Mifflin School hosts third-annual East Falls community festival

Organizers of the third annual Mifflin School Community Festival persevered on Saturday morning in the face of inhospitable weather and low community turnout, moving the day’s programming inside to the auditorium and setting up the arts-and-crafts marketplace in a nearby hallway.

Alex Keating, a member of the Friends of Mifflin School Committee, said the elements presented a particularly formidable challenge for community organizations holding neighborhood events.

“Often, families that otherwise would be happy to show their support for an event like this will choose to stay home on a cold and rainy day,” he said. “I think for many people, all the logistics involved with driving seem a bit too much to take on when the trip in question is one that would otherwise be made by foot.”

The Conrad Street scene

Shortly before 12:30 p.m., more than 30 children and their adult companions gathered in the auditorium in anticipation of a visit from the Philadelphia Zoo on Wheels.

This represents a sharp downturn from attendance in past years. Both Keating and Principal Leslie Mason attributed the drop wholly to the inclement weather.

While Mifflin School has seen some decrease in enrollment in recent years, it remains competitive with area charter schools and has had the opportunity to welcome several students transferring from the now-closed St. Bridget School.

“[Mifflin] is a local, traditional, public school in a great neighborhood,” said state Rep. Pam DeLissio. “I hope today’s festival provides area residents with the opportunity to appreciate what a great local resource a school like this truly is.”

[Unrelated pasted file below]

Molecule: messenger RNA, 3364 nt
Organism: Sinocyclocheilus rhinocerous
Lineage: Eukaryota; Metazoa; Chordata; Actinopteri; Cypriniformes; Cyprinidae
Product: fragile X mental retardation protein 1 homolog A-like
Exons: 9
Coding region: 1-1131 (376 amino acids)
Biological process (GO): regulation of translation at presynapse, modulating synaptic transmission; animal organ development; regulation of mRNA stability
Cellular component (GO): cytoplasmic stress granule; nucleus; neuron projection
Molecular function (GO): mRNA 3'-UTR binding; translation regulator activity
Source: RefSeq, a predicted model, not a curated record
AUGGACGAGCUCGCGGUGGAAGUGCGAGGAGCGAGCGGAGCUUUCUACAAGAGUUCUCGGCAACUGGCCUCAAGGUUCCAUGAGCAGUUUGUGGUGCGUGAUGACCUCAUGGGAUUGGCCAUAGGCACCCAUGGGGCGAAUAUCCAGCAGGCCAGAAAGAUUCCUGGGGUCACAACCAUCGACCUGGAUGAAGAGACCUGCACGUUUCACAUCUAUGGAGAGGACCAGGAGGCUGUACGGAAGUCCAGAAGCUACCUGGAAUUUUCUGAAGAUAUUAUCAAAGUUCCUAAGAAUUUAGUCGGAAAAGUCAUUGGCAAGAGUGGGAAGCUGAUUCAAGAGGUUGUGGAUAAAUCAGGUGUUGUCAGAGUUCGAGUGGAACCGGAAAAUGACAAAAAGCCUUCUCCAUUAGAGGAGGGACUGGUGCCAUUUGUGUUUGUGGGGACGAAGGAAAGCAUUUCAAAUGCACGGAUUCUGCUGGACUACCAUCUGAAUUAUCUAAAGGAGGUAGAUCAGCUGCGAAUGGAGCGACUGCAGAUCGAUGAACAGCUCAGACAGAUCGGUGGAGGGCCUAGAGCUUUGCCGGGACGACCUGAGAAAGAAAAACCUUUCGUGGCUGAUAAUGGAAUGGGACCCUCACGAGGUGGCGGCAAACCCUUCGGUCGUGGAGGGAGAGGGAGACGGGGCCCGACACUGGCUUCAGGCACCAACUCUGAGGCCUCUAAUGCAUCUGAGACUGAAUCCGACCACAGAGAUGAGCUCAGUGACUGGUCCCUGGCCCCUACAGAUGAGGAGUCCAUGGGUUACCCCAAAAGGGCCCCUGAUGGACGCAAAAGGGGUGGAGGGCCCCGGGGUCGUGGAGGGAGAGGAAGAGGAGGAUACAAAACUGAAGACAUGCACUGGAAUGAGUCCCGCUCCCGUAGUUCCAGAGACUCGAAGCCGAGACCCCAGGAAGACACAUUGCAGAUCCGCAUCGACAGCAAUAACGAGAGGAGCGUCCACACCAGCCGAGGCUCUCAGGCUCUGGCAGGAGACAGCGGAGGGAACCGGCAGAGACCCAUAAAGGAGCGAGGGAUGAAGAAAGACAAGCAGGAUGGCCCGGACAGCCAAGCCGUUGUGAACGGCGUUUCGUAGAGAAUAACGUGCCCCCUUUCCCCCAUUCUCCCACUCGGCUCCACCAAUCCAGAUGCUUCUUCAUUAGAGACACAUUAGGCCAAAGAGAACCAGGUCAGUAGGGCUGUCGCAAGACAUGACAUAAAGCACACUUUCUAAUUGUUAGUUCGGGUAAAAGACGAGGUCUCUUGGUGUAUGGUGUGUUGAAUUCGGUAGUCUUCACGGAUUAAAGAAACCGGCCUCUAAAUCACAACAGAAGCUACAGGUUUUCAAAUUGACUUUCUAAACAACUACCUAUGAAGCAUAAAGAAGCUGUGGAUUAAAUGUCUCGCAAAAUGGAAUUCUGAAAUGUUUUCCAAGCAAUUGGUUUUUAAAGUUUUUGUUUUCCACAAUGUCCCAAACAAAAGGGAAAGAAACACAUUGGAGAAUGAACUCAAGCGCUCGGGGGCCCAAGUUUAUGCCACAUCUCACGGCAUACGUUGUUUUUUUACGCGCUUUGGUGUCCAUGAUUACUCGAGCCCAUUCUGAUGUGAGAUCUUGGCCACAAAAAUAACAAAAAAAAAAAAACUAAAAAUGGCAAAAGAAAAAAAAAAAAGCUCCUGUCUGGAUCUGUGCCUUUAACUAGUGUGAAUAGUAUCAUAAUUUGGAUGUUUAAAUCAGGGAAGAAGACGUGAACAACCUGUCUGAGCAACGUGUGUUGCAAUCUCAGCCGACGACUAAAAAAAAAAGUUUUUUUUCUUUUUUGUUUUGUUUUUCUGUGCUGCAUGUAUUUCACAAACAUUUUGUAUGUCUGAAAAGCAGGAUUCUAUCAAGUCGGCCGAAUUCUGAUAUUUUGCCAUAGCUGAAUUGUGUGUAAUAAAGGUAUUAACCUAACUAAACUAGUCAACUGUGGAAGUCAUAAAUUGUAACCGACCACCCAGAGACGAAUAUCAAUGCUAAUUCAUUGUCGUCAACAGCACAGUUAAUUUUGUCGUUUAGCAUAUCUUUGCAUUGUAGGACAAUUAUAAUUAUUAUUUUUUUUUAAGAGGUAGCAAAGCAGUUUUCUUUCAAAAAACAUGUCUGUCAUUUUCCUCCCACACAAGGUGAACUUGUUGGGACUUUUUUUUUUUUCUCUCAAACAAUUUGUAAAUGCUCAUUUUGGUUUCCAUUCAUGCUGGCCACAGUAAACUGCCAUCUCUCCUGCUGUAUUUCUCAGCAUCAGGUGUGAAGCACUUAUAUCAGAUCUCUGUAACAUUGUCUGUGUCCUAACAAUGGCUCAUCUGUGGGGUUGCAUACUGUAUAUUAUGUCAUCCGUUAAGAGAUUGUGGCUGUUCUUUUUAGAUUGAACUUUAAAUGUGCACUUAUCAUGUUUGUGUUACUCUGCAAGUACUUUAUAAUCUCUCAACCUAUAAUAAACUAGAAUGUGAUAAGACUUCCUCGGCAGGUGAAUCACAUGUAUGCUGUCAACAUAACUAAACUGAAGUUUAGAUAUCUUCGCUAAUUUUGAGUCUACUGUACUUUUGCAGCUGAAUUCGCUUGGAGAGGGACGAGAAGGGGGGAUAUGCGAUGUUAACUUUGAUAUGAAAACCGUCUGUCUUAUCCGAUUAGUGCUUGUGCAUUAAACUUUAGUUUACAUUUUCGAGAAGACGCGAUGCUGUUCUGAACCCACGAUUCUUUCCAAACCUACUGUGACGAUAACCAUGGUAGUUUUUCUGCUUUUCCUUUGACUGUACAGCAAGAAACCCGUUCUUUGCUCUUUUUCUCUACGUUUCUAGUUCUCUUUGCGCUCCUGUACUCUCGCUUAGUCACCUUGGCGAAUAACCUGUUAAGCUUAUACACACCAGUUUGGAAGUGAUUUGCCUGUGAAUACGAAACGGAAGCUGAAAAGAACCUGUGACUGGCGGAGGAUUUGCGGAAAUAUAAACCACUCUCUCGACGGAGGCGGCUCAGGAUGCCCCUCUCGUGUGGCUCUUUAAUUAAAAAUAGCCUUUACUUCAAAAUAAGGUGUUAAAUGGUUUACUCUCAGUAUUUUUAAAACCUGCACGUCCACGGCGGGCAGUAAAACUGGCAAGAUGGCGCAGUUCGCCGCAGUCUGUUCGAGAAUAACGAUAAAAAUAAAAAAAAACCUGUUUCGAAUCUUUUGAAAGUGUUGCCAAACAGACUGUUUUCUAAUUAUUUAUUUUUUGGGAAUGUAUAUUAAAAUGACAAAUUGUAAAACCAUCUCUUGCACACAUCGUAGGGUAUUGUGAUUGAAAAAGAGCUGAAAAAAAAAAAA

Keating said that he has observed a sharp increase over the last five years in the number of families with young children in East Falls.

“I think there is a growing population that will soon be very interested in what Mifflin has to offer,” he said.

Shifting focus

Planning for the Community Festival, in conjunction with the East Falls Community Council, began following the end of the summer break.

Organizers decided to focus less on the usual raffle and other contests in order to make room for more performers this year.

To that end, the festival included a performance by the Merge Dance Company, readings by Philadelphia Free Library storytellers, school tours and an arts-and-crafts marketplace.

Local artisan businesses participating in the marketplace were candlemaker Tom Hawbrich, Kristin Weight of Mountain Paper, glass and fiber artist Kate Ohara, Matthew Charles of Do It Now T-Shirts, photographer Ashley LaBonde of Wide Eyed Studios and East Falls Glassworks.

The Friends of Mifflin Committee consists of parents, business leaders, and community members, and currently numbers around 20 regular members.

Planning is now underway for a Martin Luther King service day on which volunteers will help repaint classrooms, while the Friends of Mifflin will additionally prep and prime the classrooms for painting.

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